Scientists in unconscious learning breakthrough shock horror probe....
Amongst the latest publications, "The Handbook of Implicit Learning" (Stadler & French, 1997) caught my eye. Described as "a readable, rigorous overview of one of the most exciting domains in contemporary cognitive psychology; the role of non-conscious processes in thought, affect and behaviour.", I was intrigued to find out what the academic psychology community is now investigating.
Unconscious learning so far
In the world of SEAL, the idea of unconscious learning is nothing new. In the 1950s, Georgi Lozanov's ground-breaking experiments in Bulgaria showed that phenomenal rates of learning and retention could be achieved, in part by using para-conscious and unconscious methods as well as more conventional conscious approaches. By using suggestion, music, art and stories, the learning is introduced at several levels simultaneously (see for example Lozanov, 1979 and Dhority, 1991).
Norman Dixon's classic and controversial work in the 1970s went even further, pointing out that stimuli which were completely beyond conscious awareness could be responsible for learning (Dixon, 1971 & 1981). Paul Scheele has built on this work in Photoreading, where defocussing of the eyes is used to allow unconscious input of complete pages of a book, which is then used in further processes of review and learning (Scheele, 1993). A good brief review of unconscious learning processes can be found in Scheele (1997).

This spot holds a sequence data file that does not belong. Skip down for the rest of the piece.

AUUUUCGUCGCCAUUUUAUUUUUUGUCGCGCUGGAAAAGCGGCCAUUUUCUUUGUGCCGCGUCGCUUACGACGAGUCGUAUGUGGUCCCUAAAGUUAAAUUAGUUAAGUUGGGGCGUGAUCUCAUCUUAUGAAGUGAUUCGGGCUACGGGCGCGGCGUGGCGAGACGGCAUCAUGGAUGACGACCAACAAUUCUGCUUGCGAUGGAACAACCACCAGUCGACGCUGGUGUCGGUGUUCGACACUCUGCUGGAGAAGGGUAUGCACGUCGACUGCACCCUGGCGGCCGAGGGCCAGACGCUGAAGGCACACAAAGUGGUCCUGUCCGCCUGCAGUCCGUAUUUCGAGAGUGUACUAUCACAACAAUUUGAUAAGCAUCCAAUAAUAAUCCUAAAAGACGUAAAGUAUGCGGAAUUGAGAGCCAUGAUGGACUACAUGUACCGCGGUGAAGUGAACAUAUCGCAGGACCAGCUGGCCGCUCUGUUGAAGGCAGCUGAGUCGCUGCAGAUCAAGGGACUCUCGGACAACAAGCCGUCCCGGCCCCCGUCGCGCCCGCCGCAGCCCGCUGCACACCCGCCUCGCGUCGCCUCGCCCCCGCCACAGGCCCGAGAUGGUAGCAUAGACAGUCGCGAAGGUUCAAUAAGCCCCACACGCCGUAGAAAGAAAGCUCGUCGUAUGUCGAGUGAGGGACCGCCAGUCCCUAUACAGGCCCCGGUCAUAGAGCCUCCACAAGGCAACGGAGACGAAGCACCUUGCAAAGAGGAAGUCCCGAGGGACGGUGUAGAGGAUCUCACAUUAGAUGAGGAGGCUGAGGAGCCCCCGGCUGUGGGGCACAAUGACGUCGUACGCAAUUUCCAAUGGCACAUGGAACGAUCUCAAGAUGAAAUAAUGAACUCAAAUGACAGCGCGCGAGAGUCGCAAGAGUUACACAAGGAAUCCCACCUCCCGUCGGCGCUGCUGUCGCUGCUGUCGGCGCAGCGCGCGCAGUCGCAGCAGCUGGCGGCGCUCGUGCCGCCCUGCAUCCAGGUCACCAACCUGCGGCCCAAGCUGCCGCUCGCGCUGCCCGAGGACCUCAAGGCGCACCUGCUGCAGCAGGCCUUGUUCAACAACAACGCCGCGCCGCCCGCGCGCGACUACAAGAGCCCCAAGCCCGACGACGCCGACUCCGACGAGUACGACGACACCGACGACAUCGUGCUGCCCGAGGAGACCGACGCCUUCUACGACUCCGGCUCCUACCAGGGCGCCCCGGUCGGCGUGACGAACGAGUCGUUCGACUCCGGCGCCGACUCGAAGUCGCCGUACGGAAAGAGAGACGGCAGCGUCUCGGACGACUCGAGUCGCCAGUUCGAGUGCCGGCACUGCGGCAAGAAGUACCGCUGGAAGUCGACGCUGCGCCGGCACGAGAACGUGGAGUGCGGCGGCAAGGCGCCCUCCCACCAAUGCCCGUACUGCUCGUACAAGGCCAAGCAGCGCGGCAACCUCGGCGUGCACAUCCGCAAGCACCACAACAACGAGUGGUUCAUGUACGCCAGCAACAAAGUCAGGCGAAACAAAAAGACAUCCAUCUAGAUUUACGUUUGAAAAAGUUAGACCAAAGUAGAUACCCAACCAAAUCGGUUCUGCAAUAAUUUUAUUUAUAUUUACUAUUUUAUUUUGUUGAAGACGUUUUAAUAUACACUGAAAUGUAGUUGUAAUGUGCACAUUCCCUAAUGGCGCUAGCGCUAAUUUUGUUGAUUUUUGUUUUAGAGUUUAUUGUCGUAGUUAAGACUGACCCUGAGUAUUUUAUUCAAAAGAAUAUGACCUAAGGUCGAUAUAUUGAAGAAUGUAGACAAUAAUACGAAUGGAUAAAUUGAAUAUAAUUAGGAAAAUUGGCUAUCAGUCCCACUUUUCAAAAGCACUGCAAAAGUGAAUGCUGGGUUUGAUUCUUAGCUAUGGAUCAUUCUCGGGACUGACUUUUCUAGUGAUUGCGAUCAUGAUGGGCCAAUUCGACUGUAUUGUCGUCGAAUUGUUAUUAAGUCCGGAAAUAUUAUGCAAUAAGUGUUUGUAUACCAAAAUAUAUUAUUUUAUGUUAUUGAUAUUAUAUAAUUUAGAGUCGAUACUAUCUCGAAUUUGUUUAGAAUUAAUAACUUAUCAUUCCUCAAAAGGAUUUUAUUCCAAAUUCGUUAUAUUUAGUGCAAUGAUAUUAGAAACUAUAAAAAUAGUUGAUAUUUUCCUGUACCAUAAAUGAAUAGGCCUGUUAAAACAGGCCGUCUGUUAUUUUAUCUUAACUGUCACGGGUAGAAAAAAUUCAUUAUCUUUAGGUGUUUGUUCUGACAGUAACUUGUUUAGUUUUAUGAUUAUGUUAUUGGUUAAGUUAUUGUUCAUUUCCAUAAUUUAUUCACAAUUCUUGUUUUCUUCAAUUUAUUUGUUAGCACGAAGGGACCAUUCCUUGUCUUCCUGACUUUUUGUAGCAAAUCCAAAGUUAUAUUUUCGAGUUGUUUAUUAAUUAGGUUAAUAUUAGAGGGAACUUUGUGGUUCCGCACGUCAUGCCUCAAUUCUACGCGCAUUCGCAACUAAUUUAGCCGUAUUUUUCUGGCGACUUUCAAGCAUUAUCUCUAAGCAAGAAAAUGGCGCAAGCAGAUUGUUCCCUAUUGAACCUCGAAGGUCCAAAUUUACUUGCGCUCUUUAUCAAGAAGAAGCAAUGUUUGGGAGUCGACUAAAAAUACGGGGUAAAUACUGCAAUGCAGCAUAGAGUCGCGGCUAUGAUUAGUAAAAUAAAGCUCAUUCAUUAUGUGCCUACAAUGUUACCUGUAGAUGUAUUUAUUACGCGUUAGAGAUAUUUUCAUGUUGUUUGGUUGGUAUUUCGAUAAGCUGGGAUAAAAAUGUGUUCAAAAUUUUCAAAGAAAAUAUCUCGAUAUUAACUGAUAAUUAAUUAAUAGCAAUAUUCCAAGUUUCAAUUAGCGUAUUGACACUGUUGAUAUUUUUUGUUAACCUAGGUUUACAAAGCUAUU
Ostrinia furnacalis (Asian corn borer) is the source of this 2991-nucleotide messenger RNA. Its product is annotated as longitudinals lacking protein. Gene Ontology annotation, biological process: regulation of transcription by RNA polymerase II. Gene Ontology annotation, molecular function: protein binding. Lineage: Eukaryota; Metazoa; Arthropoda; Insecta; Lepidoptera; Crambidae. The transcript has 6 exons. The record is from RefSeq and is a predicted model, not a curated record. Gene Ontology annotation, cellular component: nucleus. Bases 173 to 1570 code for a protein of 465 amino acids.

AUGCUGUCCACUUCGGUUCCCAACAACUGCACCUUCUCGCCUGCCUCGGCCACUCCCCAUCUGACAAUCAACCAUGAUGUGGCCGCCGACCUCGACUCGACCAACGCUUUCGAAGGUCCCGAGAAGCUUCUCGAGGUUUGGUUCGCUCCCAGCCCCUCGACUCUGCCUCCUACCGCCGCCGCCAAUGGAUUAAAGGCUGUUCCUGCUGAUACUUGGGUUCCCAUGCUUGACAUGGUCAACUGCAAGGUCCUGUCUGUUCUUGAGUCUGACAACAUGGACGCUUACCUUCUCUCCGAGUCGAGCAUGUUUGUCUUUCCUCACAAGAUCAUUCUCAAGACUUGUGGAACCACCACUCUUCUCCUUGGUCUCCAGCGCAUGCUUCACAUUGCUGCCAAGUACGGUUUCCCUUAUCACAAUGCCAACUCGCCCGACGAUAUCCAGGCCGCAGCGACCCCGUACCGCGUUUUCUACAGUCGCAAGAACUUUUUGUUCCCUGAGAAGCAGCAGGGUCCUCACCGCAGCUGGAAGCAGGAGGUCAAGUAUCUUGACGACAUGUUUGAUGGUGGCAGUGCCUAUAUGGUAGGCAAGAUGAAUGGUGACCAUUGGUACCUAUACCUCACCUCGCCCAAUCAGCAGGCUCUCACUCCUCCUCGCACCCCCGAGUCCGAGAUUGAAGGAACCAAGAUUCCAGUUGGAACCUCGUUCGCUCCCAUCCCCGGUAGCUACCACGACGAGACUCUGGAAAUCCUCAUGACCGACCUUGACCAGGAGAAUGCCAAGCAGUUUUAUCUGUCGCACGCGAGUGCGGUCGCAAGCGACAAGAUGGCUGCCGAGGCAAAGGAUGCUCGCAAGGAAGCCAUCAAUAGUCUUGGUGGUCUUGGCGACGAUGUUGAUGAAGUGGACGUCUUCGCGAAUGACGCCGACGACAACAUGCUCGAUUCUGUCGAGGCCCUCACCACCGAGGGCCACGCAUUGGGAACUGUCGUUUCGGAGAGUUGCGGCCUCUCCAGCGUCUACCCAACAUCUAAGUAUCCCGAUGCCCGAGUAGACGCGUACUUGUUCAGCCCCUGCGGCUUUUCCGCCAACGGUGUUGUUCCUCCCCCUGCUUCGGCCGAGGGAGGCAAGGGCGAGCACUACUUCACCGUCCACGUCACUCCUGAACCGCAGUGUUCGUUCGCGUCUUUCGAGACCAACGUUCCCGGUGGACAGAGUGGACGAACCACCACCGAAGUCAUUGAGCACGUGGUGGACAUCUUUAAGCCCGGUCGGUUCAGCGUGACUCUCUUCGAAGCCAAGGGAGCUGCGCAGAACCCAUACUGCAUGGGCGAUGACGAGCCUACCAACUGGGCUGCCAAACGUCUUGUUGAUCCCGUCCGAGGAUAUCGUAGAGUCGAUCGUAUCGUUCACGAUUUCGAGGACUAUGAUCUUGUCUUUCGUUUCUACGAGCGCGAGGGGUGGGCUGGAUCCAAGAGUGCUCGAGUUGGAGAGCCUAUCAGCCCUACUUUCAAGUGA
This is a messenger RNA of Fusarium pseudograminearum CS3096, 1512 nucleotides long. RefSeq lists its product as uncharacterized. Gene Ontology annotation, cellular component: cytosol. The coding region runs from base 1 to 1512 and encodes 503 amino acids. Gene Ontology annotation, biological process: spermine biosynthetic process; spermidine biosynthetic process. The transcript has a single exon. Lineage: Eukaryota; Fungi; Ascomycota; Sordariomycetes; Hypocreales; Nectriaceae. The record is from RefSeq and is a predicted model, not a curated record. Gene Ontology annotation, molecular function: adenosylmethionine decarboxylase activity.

The "Implicit Learning" described in this weighty tome (636 pages!) appears to have surfaced as a field in the last 5 years. Papers are being published at an increasing rate (about 20 from 1993 - 1995) but there has been no single work attempting to pull the whole thing together until now. The Handbook is very much aimed at an academic audience, and tends to the obtuse in terms of language. I have summarised what follows from the vast array of data to give a flavour of the subject.
Defining Implicit Learning
How do these scientists define implicit learning? This is a crucial point, as many of the researchers have somewhat different ideas, and is discussed at some length. Basically, there are three different parts to the psychological learning process which could be implicit or explicit:
Perception: Implicit learning is defined here as those cases where perception is explicit, as distinct from what is called subliminal learning, where inputs are below the perception threshold.